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Cane Greek issue rages
as impact study discussed
By BOB KIMPLETON
Another round in the proposed Cane Creek
Reservoir controversy ended Tuesday when
the state Division of Environmental Manage
ment received final responses to its draft
version of an environmental impact state
ment on the project.
The comments will be used by the division
in preparing the final version of the EIS, to be
released in about 90 days. The final EIS will
be a major factor in determining whether
the Orange Water and Sewer Authority gets
the authority to condemn land for the Cane
The 758-acre reservoir would supplement
water supplied to Chapel Hill and Carrboro
by University Lake. Severe summer droughts
in 1968, 1976 and 1977 have cast doubts on
the ability of University Lake to supply
enough water to the two growing towns.
OWASA contends that Cane Creek, in
western Orange County, is the best possible
source of clean water, while project oppo
nents, led by the Cane Creek Conservation
Authority, argue that there are other sources
which would provide water just as good as
or better than Cane Creek.
The statement made no recommendations
on which water source the county should
use. The statement noted that Cane Creek
would provide water unpolluted by signifi
cant industrial discharges, but left open the.
possibility that other sources, such as Jordan
Lake, would be treatable to raise their quali
ty to comparable levels. Costs of the various
alternatives would be within ten percent of
each other, the statement said.
In his written response. Chapel Hill Mayor
Joseph Nassif stated that industrial waste
present in alternative water supply sites such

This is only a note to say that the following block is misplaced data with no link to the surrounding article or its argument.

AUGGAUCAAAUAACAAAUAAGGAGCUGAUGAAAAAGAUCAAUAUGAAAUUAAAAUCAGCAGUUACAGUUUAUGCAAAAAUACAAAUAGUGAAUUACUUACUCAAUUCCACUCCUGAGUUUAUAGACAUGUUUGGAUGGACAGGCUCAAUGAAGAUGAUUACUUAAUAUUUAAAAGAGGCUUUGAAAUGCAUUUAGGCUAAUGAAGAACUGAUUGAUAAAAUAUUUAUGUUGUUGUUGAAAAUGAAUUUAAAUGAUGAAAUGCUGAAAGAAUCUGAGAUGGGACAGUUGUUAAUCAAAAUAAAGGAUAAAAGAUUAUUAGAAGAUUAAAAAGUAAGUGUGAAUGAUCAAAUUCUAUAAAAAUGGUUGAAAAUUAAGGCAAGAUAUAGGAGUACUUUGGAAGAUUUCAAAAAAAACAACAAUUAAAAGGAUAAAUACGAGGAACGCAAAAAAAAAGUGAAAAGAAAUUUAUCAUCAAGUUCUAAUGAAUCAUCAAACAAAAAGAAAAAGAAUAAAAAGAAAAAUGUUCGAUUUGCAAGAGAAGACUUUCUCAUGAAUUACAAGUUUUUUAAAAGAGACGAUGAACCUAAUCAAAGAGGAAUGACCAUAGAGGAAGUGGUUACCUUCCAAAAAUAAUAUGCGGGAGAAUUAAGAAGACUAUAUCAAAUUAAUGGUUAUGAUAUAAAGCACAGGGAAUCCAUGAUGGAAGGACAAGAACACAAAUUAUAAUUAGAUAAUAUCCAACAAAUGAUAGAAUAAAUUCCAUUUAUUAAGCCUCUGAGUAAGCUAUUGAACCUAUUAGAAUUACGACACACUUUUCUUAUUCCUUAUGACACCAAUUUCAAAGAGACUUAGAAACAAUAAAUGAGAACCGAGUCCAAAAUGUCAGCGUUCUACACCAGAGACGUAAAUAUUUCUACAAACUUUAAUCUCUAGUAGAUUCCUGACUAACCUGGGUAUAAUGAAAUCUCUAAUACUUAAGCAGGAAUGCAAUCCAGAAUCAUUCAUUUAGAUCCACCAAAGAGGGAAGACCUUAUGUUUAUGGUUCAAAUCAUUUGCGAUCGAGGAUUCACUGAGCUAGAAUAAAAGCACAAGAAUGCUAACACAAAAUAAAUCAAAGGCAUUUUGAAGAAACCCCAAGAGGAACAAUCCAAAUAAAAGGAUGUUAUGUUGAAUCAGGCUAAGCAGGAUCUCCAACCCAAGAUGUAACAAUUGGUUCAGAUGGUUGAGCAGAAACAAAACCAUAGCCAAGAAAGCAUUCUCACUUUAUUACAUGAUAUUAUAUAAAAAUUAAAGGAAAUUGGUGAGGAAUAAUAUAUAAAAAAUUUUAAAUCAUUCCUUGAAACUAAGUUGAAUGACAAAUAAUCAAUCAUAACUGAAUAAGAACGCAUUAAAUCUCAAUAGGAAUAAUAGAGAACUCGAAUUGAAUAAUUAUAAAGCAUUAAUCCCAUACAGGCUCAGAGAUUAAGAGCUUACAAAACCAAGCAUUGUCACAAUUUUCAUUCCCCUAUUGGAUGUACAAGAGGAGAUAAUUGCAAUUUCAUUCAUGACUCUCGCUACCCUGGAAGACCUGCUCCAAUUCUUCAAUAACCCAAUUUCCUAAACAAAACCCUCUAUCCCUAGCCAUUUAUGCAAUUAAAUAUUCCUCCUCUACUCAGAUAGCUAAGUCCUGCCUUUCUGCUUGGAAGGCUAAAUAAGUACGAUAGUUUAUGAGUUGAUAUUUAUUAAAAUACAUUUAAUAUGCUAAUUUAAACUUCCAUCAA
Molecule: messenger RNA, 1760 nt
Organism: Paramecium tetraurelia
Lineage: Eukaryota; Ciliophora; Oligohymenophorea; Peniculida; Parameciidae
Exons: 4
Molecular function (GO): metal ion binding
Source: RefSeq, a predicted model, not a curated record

as Jordan Lake make Cane Creek the best
Trfe Triangle J Council of Governments in
its comment stated: "The likely quality of
Cane Creek water is better than that of the
alternatives . . . this difference outweighs the
potential socioeconomic and ecological
costs of the Cane Creek project "
The Orange County commissioners also
have supported the Cane Creek project
"We are obligated professionally to try to
provide ... a supply of water of the very best
quality available," OWASA executive direc
tor Everett Billingsley said Wednesday.
In its response, OWASA said that the $10
million Cane Creek project was more cost
efficient than the alternatives.
The CCCA has argued that Cane Creek
water is no better than water from alterna
tive sources. "There's not a whole hell of a
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lot of difference between Cane Creek and
Jordan Lake," CCCA attorney David Harlow
Suggested alternatives to Cane Creek in
clude tapping water from Jordan Lake or the
Haw River and raising of the University Lake
"Cane Creek is not going to be a long-term
solution for Chapel Hill water needs,"
Another objection raised by CCCA is that
the project would put an unfair burden on
Cane Creek residents.
Cane Creek residents, many of whom own
farmland in the areaformed CCCA in 1976
to contest OWASA's claim to eminent do
In 1979, the department granted OWASA
the authority to condemn the land, but the
N.C. Court of Appeals ruled last summer
that they had to file an environmental im
pact statement before condemning land.
' . '-
Tar HeelMatt Cooper
Brother Yusef performs in the Union's 'Music on a Summer's night series
. .soulful jazz coupled with the voice of Eve Cornelious rocked the Great Hall
Columbia & Franklin O Seven Days A Week
COME TO THE PORTHOLE
FOR WARM WEATHER SPECIALS
i mFrrctf Sfliftp-fimiy - pk a miaiu salad and a vfabU or fruit
Salad to make a dlicious summer tun e maL.
fl. Honnmad Chicken Salad
6 tforoemade Tuna 3a tad
C. HonianWe Shr'vmp Salad
I Mooa. Salami
0 PICKMC LUWCrl - One. quarter crispu frittA chfcktn fi&rvad uih
?paAtu) and a tossed salad.
6oth specials are. wved with a dU 5pwr an A PORTHOLE rolls.
Perfect for those hot days. Warm weather specials
are now being served for lunch and dinner.
Lunch 11:30-2:00 Dinner 5:0000
Thursday, June 3, 1982 The Tar Heel 5